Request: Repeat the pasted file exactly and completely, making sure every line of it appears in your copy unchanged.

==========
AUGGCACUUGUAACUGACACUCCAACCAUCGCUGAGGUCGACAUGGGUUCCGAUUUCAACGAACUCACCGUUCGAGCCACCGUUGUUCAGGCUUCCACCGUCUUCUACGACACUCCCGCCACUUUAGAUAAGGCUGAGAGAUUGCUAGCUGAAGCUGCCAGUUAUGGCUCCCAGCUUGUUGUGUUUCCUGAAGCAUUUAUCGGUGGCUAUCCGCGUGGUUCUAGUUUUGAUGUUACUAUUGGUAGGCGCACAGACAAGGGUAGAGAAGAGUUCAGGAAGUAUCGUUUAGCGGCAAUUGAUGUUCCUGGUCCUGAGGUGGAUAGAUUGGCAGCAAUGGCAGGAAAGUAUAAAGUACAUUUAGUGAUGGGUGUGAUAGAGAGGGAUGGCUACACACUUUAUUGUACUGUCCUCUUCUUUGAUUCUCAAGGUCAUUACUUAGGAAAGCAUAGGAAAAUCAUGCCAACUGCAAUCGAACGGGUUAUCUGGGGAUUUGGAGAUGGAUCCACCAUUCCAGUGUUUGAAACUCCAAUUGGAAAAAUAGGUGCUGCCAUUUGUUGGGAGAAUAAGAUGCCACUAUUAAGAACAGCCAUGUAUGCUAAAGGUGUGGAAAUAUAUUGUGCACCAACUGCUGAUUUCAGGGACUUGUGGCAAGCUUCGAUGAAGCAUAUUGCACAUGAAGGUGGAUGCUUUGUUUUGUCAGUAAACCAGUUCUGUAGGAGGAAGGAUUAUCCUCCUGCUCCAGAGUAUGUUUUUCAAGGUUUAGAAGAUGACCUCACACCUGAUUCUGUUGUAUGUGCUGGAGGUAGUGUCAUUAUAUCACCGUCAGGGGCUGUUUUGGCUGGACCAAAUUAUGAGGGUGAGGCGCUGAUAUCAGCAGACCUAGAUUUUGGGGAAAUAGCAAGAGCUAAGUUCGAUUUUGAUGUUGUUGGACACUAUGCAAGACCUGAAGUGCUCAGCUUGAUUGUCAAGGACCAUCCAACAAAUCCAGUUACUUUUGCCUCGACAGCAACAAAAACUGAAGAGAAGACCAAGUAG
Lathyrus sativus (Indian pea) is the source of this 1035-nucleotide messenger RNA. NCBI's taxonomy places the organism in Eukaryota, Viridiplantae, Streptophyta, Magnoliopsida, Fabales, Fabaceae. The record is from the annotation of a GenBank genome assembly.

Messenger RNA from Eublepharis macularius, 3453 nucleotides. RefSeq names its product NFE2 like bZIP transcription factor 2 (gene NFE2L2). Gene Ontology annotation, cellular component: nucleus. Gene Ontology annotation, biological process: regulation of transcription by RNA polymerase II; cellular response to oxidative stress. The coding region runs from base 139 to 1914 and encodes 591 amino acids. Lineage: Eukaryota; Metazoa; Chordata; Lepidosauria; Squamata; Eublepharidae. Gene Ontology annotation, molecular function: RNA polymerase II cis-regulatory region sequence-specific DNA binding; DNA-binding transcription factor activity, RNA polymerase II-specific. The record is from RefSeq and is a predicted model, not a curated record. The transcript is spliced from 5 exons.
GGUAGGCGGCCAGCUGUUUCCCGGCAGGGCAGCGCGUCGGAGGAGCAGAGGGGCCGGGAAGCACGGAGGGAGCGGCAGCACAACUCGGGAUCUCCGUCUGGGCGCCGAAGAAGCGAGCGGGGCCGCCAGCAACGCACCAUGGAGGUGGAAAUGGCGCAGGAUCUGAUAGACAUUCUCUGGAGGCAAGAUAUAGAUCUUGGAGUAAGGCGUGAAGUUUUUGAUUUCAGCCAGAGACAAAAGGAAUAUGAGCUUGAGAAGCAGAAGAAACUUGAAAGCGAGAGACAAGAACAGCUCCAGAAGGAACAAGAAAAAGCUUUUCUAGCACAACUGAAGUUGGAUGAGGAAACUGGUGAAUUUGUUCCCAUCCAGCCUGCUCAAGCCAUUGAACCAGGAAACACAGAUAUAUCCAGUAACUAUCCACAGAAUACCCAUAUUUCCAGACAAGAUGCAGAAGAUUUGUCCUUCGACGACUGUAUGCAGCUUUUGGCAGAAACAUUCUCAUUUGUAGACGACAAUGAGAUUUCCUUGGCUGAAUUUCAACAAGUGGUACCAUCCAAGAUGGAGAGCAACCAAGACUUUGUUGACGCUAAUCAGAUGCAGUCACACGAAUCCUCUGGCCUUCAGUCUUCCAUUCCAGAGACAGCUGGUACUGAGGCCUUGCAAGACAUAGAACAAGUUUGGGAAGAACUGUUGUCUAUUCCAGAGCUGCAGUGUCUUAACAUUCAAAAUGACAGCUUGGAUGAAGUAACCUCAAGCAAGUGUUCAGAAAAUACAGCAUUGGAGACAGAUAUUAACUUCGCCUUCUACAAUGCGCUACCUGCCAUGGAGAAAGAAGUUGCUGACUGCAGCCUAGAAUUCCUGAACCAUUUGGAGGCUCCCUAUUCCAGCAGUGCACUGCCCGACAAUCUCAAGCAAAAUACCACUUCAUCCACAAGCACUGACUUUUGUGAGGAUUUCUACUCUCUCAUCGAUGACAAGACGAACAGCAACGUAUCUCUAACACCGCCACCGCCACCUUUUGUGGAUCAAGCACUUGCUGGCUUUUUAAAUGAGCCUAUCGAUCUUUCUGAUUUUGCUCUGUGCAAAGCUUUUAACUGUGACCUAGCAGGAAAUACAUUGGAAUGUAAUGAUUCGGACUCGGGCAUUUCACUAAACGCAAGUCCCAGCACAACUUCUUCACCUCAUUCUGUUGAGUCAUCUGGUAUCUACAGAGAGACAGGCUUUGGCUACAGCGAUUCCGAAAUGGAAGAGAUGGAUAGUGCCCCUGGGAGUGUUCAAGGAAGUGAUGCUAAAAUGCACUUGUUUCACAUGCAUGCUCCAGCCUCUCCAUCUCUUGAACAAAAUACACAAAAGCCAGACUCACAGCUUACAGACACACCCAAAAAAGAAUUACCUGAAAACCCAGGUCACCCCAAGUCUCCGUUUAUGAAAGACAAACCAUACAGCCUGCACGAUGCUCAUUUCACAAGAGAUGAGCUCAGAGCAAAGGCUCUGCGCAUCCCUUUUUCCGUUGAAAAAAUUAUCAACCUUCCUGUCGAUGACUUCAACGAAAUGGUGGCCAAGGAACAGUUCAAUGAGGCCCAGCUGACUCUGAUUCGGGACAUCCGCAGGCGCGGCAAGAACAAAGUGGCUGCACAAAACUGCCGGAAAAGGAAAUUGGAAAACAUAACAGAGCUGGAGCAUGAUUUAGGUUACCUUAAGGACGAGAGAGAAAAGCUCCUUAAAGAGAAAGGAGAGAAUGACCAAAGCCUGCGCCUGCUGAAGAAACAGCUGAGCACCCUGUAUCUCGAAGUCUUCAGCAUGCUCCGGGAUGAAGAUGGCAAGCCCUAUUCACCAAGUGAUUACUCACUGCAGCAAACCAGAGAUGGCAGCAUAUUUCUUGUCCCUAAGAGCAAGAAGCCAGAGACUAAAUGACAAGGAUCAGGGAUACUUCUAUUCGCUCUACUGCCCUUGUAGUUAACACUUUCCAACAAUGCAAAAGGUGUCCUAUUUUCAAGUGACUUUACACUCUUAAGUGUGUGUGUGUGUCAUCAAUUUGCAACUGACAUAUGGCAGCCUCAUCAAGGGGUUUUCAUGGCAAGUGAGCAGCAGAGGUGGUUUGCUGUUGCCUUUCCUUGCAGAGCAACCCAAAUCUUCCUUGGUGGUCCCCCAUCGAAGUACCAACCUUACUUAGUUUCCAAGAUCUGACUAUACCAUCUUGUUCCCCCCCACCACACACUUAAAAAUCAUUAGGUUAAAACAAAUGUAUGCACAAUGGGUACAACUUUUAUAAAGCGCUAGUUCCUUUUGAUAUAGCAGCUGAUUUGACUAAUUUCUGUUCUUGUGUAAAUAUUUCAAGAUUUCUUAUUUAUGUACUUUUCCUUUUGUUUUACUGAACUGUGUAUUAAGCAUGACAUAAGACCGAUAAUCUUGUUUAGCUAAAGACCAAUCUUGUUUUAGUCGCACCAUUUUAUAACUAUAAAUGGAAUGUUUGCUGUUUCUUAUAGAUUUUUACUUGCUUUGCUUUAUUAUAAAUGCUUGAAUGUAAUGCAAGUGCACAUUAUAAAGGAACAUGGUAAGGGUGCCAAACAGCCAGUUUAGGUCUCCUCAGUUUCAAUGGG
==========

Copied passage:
AUGGCACUUGUAACUGACACUCCAACCAUCGCUGAGGUCGACAUGGGUUCCGAUUUCAACGAACUCACCGUUCGAGCCACCGUUGUUCAGGCUUCCACCGUCUUCUACGACACUCCCGCCACUUUAGAUAAGGCUGAGAGAUUGCUAGCUGAAGCUGCCAGUUAUGGCUCCCAGCUUGUUGUGUUUCCUGAAGCAUUUAUCGGUGGCUAUCCGCGUGGUUCUAGUUUUGAUGUUACUAUUGGUAGGCGCACAGACAAGGGUAGAGAAGAGUUCAGGAAGUAUCGUUUAGCGGCAAUUGAUGUUCCUGGUCCUGAGGUGGAUAGAUUGGCAGCAAUGGCAGGAAAGUAUAAAGUACAUUUAGUGAUGGGUGUGAUAGAGAGGGAUGGCUACACACUUUAUUGUACUGUCCUCUUCUUUGAUUCUCAAGGUCAUUACUUAGGAAAGCAUAGGAAAAUCAUGCCAACUGCAAUCGAACGGGUUAUCUGGGGAUUUGGAGAUGGAUCCACCAUUCCAGUGUUUGAAACUCCAAUUGGAAAAAUAGGUGCUGCCAUUUGUUGGGAGAAUAAGAUGCCACUAUUAAGAACAGCCAUGUAUGCUAAAGGUGUGGAAAUAUAUUGUGCACCAACUGCUGAUUUCAGGGACUUGUGGCAAGCUUCGAUGAAGCAUAUUGCACAUGAAGGUGGAUGCUUUGUUUUGUCAGUAAACCAGUUCUGUAGGAGGAAGGAUUAUCCUCCUGCUCCAGAGUAUGUUUUUCAAGGUUUAGAAGAUGACCUCACACCUGAUUCUGUUGUAUGUGCUGGAGGUAGUGUCAUUAUAUCACCGUCAGGGGCUGUUUUGGCUGGACCAAAUUAUGAGGGUGAGGCGCUGAUAUCAGCAGACCUAGAUUUUGGGGAAAUAGCAAGAGCUAAGUUCGAUUUUGAUGUUGUUGGACACUAUGCAAGACCUGAAGUGCUCAGCUUGAUUGUCAAGGACCAUCCAACAAAUCCAGUUACUUUUGCCUCGACAGCAACAAAAACUGAAGAGAAGACCAAGUAG
Lathyrus sativus (Indian pea) is the source of this 1035-nucleotide messenger RNA. NCBI's taxonomy places the organism in Eukaryota, Viridiplantae, Streptophyta, Magnoliopsida, Fabales, Fabaceae. The record is from the annotation of a GenBank genome assembly.

Messenger RNA from Eublepharis macularius, 3453 nucleotides. RefSeq names its product NFE2 like bZIP transcription factor 2 (gene NFE2L2). Gene Ontology annotation, cellular component: nucleus. Gene Ontology annotation, biological process: regulation of transcription by RNA polymerase II; cellular response to oxidative stress. The coding region runs from base 139 to 1914 and encodes 591 amino acids. Lineage: Eukaryota; Metazoa; Chordata; Lepidosauria; Squamata; Eublepharidae. Gene Ontology annotation, molecular function: RNA polymerase II cis-regulatory region sequence-specific DNA binding; DNA-binding transcription factor activity, RNA polymerase II-specific. The record is from RefSeq and is a predicted model, not a curated record. The transcript is spliced from 5 exons.
GGUAGGCGGCCAGCUGUUUCCCGGCAGGGCAGCGCGUCGGAGGAGCAGAGGGGCCGGGAAGCACGGAGGGAGCGGCAGCACAACUCGGGAUCUCCGUCUGGGCGCCGAAGAAGCGAGCGGGGCCGCCAGCAACGCACCAUGGAGGUGGAAAUGGCGCAGGAUCUGAUAGACAUUCUCUGGAGGCAAGAUAUAGAUCUUGGAGUAAGGCGUGAAGUUUUUGAUUUCAGCCAGAGACAAAAGGAAUAUGAGCUUGAGAAGCAGAAGAAACUUGAAAGCGAGAGACAAGAACAGCUCCAGAAGGAACAAGAAAAAGCUUUUCUAGCACAACUGAAGUUGGAUGAGGAAACUGGUGAAUUUGUUCCCAUCCAGCCUGCUCAAGCCAUUGAACCAGGAAACACAGAUAUAUCCAGUAACUAUCCACAGAAUACCCAUAUUUCCAGACAAGAUGCAGAAGAUUUGUCCUUCGACGACUGUAUGCAGCUUUUGGCAGAAACAUUCUCAUUUGUAGACGACAAUGAGAUUUCCUUGGCUGAAUUUCAACAAGUGGUACCAUCCAAGAUGGAGAGCAACCAAGACUUUGUUGACGCUAAUCAGAUGCAGUCACACGAAUCCUCUGGCCUUCAGUCUUCCAUUCCAGAGACAGCUGGUACUGAGGCCUUGCAAGACAUAGAACAAGUUUGGGAAGAACUGUUGUCUAUUCCAGAGCUGCAGUGUCUUAACAUUCAAAAUGACAGCUUGGAUGAAGUAACCUCAAGCAAGUGUUCAGAAAAUACAGCAUUGGAGACAGAUAUUAACUUCGCCUUCUACAAUGCGCUACCUGCCAUGGAGAAAGAAGUUGCUGACUGCAGCCUAGAAUUCCUGAACCAUUUGGAGGCUCCCUAUUCCAGCAGUGCACUGCCCGACAAUCUCAAGCAAAAUACCACUUCAUCCACAAGCACUGACUUUUGUGAGGAUUUCUACUCUCUCAUCGAUGACAAGACGAACAGCAACGUAUCUCUAACACCGCCACCGCCACCUUUUGUGGAUCAAGCACUUGCUGGCUUUUUAAAUGAGCCUAUCGAUCUUUCUGAUUUUGCUCUGUGCAAAGCUUUUAACUGUGACCUAGCAGGAAAUACAUUGGAAUGUAAUGAUUCGGACUCGGGCAUUUCACUAAACGCAAGUCCCAGCACAACUUCUUCACCUCAUUCUGUUGAGUCAUCUGGUAUCUACAGAGAGACAGGCUUUGGCUACAGCGAUUCCGAAAUGGAAGAGAUGGAUAGUGCCCCUGGGAGUGUUCAAGGAAGUGAUGCUAAAAUGCACUUGUUUCACAUGCAUGCUCCAGCCUCUCCAUCUCUUGAACAAAAUACACAAAAGCCAGACUCACAGCUUACAGACACACCCAAAAAAGAAUUACCUGAAAACCCAGGUCACCCCAAGUCUCCGUUUAUGAAAGACAAACCAUACAGCCUGCACGAUGCUCAUUUCACAAGAGAUGAGCUCAGAGCAAAGGCUCUGCGCAUCCCUUUUUCCGUUGAAAAAAUUAUCAACCUUCCUGUCGAUGACUUCAACGAAAUGGUGGCCAAGGAACAGUUCAAUGAGGCCCAGCUGACUCUGAUUCGGGACAUCCGCAGGCGCGGCAAGAACAAAGUGGCUGCACAAAACUGCCGGAAAAGGAAAUUGGAAAACAUAACAGAGCUGGAGCAUGAUUUAGGUUACCUUAAGGACGAGAGAGAAAAGCUCCUUAAAGAGAAAGGAGAGAAUGACCAAAGCCUGCGCCUGCUGAAGAAACAGCUGAGCACCCUGUAUCUCGAAGUCUUCAGCAUGCUCCGGGAUGAAGAUGGCAAGCCCUAUUCACCAAGUGAUUACUCACUGCAGCAAACCAGAGAUGGCAGCAUAUUUCUUGUCCCUAAGAGCAAGAAGCCAGAGACUAAAUGACAAGGAUCAGGGAUACUUCUAUUCGCUCUACUGCCCUUGUAGUUAACACUUUCCAACAAUGCAAAAGGUGUCCUAUUUUCAAGUGACUUUACACUCUUAAGUGUGUGUGUGUGUCAUCAAUUUGCAACUGACAUAUGGCAGCCUCAUCAAGGGGUUUUCAUGGCAAGUGAGCAGCAGAGGUGGUUUGCUGUUGCCUUUCCUUGCAGAGCAACCCAAAUCUUCCUUGGUGGUCCCCCAUCGAAGUACCAACCUUACUUAGUUUCCAAGAUCUGACUAUACCAUCUUGUUCCCCCCCACCACACACUUAAAAAUCAUUAGGUUAAAACAAAUGUAUGCACAAUGGGUACAACUUUUAUAAAGCGCUAGUUCCUUUUGAUAUAGCAGCUGAUUUGACUAAUUUCUGUUCUUGUGUAAAUAUUUCAAGAUUUCUUAUUUAUGUACUUUUCCUUUUGUUUUACUGAACUGUGUAUUAAGCAUGACAUAAGACCGAUAAUCUUGUUUAGCUAAAGACCAAUCUUGUUUUAGUCGCACCAUUUUAUAACUAUAAAUGGAAUGUUUGCUGUUUCUUAUAGAUUUUUACUUGCUUUGCUUUAUUAUAAAUGCUUGAAUGUAAUGCAAGUGCACAUUAUAAAGGAACAUGGUAAGGGUGCCAAACAGCCAGUUUAGGUCUCCUCAGUUUCAAUGGG